This is My Story, This is My Song

A while back, a sister at the Church in Westminster suggested that we young people should write down our testimonies as a method for solidifying our stand in Christ while also refreshing our memories of how far the Lord has led us.  I had a previous post that attempted to do this, but upon going back to it, it was so full of pretense and unnecessary eloquence; it lacked the clarity that often comes with the Spirit’s leading.  I hope that today I can put down all the milestones of my Christian life in one go…

From childhood, I was never really that immersed in the church life.  One could say, I suppose, that I “grew up in the Church” because my parents and grandparents and the majority of my nearby relatives were saved, and also because I attended a few meetings, but I oftentimes am reluctant to say so because of the inconsistency of attendance.  The truth of the matter is that I really only went to church when family from New Jersey came to visit, and only upon writing this do I remember the many changes that have occurred in me.  However, just by bringing me along with them, I now realize that they were doing the work of sowing a seed in me, and more and more, I see the life within that seed beginning to blossom.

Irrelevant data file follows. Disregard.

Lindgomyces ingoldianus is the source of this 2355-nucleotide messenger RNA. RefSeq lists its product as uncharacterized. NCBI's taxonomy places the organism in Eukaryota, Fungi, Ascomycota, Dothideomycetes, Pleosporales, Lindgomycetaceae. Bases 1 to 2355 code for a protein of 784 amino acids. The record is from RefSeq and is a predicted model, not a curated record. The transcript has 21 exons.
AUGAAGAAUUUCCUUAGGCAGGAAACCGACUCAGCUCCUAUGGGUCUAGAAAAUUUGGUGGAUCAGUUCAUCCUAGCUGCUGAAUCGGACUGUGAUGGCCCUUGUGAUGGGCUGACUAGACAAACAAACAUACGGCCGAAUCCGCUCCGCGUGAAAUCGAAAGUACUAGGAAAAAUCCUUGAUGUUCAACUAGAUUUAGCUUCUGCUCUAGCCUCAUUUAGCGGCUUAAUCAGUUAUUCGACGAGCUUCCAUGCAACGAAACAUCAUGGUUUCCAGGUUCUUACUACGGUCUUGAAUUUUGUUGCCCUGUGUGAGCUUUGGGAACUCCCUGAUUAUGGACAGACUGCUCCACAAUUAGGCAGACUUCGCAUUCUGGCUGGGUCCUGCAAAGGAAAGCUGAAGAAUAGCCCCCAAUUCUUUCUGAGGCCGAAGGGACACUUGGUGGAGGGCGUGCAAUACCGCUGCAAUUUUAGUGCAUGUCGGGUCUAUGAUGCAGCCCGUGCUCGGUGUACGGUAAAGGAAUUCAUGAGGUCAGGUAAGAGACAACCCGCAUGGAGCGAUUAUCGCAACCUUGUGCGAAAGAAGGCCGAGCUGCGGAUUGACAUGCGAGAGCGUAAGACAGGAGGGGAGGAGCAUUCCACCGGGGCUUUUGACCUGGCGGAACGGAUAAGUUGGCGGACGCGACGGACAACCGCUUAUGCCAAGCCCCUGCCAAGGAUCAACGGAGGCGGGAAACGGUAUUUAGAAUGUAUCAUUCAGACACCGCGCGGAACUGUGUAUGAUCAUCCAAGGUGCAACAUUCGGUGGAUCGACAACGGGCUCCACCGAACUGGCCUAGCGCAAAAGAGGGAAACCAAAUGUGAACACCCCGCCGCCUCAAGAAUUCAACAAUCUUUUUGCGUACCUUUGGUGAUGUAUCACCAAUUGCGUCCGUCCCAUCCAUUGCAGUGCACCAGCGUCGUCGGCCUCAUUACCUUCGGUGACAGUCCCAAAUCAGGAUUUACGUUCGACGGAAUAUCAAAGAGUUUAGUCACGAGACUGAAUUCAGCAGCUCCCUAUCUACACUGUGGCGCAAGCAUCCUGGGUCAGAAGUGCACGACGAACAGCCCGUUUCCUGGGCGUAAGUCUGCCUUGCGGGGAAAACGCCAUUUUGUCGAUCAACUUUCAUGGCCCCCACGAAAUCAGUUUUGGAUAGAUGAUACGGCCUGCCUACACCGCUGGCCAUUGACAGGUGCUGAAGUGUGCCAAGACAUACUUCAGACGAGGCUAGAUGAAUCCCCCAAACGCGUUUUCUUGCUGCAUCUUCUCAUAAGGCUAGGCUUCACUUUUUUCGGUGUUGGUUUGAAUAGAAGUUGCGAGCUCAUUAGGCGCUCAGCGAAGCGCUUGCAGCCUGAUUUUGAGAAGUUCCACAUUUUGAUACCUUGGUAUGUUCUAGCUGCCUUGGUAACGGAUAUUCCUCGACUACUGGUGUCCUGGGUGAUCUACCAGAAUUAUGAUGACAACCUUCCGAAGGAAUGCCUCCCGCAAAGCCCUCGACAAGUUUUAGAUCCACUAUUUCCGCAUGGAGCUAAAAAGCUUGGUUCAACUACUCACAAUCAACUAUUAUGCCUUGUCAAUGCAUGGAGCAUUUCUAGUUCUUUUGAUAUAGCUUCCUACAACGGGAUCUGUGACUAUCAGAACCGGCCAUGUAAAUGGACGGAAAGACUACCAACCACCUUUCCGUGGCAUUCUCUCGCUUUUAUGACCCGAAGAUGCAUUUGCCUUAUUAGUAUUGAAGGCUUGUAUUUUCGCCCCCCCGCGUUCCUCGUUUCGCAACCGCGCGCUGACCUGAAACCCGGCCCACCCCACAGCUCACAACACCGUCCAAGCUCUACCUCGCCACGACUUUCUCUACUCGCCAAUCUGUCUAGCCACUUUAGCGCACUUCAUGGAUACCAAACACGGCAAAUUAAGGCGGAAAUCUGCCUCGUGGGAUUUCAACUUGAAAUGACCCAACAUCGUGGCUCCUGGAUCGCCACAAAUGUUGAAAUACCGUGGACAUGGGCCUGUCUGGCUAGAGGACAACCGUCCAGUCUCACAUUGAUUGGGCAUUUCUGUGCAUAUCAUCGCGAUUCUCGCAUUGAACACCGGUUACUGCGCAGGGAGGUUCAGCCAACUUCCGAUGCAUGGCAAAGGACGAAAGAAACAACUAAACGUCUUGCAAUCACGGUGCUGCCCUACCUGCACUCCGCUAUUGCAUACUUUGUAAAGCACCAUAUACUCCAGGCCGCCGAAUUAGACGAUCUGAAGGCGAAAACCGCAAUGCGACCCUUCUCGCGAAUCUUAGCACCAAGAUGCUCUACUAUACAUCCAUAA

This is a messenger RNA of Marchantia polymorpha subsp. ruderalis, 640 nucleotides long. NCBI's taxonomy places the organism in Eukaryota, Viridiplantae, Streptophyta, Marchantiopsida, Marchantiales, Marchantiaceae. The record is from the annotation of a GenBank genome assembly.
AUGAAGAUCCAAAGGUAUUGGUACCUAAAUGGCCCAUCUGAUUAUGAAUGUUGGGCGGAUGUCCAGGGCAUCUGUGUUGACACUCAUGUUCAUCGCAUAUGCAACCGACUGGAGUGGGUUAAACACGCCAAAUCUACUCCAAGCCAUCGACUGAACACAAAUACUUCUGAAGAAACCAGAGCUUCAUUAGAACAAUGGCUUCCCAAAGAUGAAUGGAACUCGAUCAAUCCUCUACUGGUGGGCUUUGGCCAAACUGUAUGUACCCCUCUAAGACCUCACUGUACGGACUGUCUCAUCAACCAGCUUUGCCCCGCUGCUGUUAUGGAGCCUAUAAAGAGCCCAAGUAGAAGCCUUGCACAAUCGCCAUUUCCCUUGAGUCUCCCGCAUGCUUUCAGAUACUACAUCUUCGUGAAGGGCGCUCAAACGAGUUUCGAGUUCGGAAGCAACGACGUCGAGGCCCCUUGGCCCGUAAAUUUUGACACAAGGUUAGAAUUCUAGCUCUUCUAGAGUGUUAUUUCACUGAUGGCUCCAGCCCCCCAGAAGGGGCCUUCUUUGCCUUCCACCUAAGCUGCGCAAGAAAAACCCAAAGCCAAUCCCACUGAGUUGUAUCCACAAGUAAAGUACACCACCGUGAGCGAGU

The next major stepping stone of my Christian life was definitely baptism.  Though I have since made peace with the events that transpired, I still am incapable of resisting tears when I attend other baptisms because of my own baptism.  I heard that two of my closest friends from church were going to get baptized and was therefore encouraged to join them.  At this time, I was still in the 6th grade and in retrospect, very unclear about the power and significance of baptism.  I still remember the night before the baptism, I shared the news with my parents.  My dad told me soon after I broke the news that he just didn’t think I was ready for it and told me to either postpone it or not participate in it the next day.  As a child, I felt like I was being robbed; I was still at the stage of life where I constantly compared myself to my peers, and I remember thinking that if my two friends were getting baptized, then I was clearly qualified to be as well!  So the discussion ended, and the next day came.  I was reminded once again to postpone the baptism, but when the day came and the announcement was made, I felt like a coil was slowly being tightened around my baptism, as if it were inevitable that I would either have to stand up to what the church planned or go against my parents. Since my parents didn’t attend the meeting that morning, I suppose the child-like fear of them was not as overwhelming as having to tell the brother giving the announcement in front of the whole congregation that I would be postponing my own baptism.  I struggled greatly within myself, not wanting to proceed with it knowing that my parents did not think I was ready, but too afraid to speak out for my own.  Minutes before the actual baptism, I asked an older sister who led the young people if it was better to (and this was exactly what I thought was happening at the time) go against God or go against your parents and the answer she gave should have confirmed that I should have listened to my parents.  I still remember her saying that rarely will the two be in opposition and that God will rarely have us go against our parents.  However, in the foolishness of my youth, I decided to continue with the baptism even after hearing the advice.  As I put on the robes, I began to feel a great anxiety within my heart; I distinctly remember a terrible sense of self-loathing, wishing that the moment I was submerged beneath the water to bring about dark shadows or filth to come out of the water and symbolize what a wretched person I was.  As I stood with my two brothers while saints prayed for us, I remember feeling a deep resignation and an inward plea for forgiveness.  As I sat in the water and prayed aloud, tears flowed out as my prayer called out for forgiveness, knowing what I was about to do.  Then I was baptized and brought into the new life.